Istanbul was the second city in Europe – after London – that had an underground rapid transit system constructed. When it opened in 1874 it got the name “The Metropolitan Railway of Constantinople From Galata to Pera”.
It is an impressive name for the shortest ‘metro line’ in the world: it has only one stop! It isn’t a real metro. It is a funicular, is a cable railway in which a cable attached to a pair of tram-like vehicles on rails moves them up and down a steep slope; the ascending and descending vehicles counterbalance each other.
Although it isn’t a real metro line it became popular anyway. Not only in the old days of steam powered engines and gas lamps, but still now when it covers the distance in 90 seconds. Because the short ride takes you on a very steep hill from Karaköy to Tünel Square, at the beginning of Istiklal Caddesi, the main artery of nightlife in Beyoğlu.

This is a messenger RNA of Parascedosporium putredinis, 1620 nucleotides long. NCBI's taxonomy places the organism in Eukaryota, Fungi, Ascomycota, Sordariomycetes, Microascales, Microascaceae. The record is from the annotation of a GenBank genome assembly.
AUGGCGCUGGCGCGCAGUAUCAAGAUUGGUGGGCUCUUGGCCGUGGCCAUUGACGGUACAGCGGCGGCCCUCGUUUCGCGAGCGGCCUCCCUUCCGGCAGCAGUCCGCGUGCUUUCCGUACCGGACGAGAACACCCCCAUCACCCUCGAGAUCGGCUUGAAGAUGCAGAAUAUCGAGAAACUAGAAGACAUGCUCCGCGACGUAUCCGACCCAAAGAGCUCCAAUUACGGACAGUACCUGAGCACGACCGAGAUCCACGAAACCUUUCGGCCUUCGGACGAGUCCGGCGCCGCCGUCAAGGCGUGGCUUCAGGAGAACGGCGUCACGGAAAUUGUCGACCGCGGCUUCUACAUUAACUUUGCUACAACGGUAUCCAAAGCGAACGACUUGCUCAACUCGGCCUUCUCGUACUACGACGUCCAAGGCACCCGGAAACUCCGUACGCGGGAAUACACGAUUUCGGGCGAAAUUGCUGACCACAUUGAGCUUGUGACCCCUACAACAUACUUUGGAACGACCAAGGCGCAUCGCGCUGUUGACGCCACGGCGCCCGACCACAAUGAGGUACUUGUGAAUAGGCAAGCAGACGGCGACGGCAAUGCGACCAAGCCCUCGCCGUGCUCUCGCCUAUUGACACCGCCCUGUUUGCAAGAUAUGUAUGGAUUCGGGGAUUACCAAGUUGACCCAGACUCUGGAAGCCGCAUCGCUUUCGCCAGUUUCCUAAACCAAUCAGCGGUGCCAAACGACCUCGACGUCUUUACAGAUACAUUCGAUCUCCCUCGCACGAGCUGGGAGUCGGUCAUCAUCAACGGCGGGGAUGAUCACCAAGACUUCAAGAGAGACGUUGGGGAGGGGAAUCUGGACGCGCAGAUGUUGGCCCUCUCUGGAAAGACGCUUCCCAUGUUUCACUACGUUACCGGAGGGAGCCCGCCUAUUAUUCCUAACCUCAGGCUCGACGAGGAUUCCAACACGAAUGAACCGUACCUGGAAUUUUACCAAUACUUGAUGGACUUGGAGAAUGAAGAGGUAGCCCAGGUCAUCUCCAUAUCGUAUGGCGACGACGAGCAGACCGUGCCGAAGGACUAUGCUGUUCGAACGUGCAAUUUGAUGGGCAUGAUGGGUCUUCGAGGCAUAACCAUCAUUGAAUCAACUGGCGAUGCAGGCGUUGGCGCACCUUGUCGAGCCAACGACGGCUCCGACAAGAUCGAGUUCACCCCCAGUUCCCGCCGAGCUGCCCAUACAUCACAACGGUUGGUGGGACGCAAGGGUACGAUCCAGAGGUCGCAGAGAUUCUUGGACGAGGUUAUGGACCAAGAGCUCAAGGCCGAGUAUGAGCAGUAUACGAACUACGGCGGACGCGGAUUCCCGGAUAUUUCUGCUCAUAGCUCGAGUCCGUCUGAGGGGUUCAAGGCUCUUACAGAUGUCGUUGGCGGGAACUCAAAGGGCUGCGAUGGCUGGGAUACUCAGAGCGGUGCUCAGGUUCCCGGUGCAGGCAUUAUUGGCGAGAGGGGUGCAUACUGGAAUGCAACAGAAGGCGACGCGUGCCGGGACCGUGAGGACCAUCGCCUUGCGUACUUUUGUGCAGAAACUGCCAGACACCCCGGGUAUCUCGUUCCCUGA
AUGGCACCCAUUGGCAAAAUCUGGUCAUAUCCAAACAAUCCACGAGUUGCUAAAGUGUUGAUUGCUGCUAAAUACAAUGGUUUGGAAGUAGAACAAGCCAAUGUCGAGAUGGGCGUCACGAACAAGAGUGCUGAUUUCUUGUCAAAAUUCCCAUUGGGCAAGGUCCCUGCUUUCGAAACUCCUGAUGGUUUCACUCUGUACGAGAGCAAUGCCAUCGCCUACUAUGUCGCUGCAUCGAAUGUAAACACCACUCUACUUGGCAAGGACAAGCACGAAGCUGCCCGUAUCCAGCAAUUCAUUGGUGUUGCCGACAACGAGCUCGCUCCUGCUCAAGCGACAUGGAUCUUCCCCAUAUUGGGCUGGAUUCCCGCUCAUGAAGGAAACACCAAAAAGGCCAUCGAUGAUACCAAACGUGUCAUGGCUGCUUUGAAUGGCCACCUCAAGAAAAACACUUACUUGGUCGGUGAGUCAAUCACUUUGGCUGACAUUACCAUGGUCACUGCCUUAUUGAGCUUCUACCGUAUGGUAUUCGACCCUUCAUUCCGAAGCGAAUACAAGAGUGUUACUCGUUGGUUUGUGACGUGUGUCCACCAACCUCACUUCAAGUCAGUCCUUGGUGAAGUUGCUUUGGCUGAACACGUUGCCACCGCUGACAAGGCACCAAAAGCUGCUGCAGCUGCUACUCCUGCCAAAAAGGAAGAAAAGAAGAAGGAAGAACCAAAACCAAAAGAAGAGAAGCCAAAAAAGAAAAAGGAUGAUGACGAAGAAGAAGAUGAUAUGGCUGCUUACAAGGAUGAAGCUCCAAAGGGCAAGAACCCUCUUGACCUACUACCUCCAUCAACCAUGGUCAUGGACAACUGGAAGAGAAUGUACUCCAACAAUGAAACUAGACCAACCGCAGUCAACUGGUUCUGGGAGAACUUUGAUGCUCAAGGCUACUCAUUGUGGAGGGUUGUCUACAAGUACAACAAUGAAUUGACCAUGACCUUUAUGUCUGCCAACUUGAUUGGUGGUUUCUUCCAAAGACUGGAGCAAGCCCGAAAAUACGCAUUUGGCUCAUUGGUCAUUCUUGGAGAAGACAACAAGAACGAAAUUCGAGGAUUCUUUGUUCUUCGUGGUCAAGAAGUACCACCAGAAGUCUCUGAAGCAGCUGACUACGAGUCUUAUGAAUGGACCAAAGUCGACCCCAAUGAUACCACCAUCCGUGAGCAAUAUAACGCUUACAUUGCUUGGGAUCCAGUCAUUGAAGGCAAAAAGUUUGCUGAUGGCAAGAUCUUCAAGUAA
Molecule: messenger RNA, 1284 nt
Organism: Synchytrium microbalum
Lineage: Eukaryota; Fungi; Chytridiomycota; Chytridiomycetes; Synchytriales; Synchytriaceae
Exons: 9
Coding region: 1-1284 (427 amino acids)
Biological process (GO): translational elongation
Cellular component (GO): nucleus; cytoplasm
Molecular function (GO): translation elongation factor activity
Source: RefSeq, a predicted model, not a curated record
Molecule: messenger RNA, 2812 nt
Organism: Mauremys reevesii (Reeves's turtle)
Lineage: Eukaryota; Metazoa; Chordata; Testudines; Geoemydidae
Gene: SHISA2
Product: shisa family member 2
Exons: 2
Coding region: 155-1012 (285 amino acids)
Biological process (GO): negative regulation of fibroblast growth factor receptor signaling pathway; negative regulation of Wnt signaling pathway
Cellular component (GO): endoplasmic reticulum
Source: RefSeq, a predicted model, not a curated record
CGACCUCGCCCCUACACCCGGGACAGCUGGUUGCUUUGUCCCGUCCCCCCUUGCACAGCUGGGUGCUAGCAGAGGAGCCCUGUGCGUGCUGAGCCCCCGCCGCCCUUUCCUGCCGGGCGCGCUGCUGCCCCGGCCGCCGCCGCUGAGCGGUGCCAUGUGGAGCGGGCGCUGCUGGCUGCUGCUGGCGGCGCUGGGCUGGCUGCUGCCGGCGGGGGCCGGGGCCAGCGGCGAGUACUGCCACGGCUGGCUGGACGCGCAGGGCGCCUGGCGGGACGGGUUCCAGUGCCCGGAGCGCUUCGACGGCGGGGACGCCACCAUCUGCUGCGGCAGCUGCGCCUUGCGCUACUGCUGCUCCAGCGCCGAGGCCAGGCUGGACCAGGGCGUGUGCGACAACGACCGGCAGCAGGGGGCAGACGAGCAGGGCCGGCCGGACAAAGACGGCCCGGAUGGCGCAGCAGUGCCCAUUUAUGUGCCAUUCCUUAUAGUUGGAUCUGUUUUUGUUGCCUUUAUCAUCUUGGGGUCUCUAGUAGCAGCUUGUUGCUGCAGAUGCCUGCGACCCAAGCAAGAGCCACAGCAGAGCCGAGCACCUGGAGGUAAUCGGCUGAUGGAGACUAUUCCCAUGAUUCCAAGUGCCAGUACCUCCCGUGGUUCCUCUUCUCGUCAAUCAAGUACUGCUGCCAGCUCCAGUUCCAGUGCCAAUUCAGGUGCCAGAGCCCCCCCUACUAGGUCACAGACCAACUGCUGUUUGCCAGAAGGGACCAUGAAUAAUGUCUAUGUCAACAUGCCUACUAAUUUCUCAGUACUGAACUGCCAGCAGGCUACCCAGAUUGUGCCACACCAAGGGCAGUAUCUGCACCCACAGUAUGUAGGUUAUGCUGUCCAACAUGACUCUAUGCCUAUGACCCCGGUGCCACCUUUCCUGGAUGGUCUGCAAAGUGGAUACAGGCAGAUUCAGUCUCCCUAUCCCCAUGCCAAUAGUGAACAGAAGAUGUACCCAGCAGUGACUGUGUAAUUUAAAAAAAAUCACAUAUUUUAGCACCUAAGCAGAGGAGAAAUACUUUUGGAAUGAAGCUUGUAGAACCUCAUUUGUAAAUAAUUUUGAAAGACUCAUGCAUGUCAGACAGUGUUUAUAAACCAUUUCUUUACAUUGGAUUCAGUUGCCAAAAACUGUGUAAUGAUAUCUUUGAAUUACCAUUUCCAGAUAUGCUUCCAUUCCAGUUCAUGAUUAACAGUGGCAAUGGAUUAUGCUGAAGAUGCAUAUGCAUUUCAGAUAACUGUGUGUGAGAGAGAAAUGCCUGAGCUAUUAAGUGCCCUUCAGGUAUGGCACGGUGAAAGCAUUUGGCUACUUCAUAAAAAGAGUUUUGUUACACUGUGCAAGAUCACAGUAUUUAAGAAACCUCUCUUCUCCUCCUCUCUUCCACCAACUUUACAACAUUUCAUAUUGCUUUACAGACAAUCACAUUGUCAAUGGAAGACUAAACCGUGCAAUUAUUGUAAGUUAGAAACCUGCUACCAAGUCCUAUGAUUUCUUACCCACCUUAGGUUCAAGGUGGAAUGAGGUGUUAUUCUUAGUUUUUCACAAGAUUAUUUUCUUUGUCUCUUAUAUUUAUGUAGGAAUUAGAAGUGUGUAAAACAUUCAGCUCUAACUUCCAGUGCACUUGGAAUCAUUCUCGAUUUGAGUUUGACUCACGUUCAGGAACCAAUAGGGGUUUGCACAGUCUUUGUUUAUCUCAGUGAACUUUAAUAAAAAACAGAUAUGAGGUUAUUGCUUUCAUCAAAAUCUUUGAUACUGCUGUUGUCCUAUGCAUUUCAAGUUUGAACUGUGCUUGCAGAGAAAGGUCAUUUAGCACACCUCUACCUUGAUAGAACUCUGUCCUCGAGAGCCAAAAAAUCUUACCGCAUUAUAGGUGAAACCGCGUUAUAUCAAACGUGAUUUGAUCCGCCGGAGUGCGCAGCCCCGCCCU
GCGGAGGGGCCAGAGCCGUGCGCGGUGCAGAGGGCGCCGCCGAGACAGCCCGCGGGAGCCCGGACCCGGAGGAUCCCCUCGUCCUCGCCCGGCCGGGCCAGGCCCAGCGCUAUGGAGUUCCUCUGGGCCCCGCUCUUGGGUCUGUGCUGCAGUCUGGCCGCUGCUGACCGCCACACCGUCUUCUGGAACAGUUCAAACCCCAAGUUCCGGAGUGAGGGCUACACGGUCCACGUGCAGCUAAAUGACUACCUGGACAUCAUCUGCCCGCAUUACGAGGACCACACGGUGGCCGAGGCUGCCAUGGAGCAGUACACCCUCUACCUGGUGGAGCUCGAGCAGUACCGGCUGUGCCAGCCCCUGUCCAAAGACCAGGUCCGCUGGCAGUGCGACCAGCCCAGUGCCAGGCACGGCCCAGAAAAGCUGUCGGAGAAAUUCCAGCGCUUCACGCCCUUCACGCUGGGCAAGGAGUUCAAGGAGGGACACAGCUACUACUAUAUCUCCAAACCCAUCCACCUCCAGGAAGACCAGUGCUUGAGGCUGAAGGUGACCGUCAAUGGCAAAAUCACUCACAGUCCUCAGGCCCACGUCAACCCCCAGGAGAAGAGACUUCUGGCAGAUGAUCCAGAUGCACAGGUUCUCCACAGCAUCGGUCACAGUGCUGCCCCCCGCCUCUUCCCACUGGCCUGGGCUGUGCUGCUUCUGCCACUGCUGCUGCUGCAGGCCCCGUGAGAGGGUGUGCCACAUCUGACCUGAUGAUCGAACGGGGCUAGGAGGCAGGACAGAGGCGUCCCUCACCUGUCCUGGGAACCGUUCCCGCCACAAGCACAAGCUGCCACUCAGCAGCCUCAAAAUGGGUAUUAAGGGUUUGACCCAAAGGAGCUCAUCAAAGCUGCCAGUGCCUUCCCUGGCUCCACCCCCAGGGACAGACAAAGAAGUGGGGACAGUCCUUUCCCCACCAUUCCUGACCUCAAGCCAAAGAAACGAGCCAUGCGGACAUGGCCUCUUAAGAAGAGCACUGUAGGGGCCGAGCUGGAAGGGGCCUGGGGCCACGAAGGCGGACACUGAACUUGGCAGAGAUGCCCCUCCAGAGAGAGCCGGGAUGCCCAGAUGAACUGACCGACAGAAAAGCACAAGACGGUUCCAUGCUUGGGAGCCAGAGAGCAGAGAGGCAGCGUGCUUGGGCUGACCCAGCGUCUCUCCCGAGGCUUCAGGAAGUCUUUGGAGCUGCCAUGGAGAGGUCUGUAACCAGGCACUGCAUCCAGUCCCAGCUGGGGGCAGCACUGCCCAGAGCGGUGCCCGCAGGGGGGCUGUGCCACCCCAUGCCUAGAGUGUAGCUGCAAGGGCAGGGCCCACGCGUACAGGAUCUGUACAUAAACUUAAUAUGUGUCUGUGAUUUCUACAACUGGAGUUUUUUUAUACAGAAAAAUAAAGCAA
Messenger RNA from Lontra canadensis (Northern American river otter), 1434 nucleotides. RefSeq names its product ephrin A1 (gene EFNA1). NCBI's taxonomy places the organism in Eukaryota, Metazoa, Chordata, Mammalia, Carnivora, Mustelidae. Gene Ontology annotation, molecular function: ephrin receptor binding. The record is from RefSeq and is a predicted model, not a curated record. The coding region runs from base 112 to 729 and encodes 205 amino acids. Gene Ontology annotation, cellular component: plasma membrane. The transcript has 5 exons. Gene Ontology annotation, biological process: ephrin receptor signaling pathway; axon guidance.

French engineer Eugene Henri Gavand, who came to Constantinople as a tourist in 1867, originally conceived the project. Many European merchants and bankers used to work in Galata, close to sea level, where the harbor, the trade, the offices and the banks were. They lived uphill in the Pera neighborhood, about 60 meters higher.
The only direct street connecting the two, Yüksek Kaldırım, is steep and narrow; at the time of the construction of the Tünel, it was crowded with 40,000 pedestrians a day. Gavand conceived of the Tünel as a kind of elevator ascending and descending that would greatly ease the journey.
Gavand received permission from Ottoman Sultan Abdulaziz to start the project, with a 42-year concession to operate it. Until the 1970s, the carriages were of dark wood with numerous coats of bright lacquer. A modernization program replaced them with modern rubber-tired Paris metro-type trains. Today the Tünel metro serves some 12,000 people daily.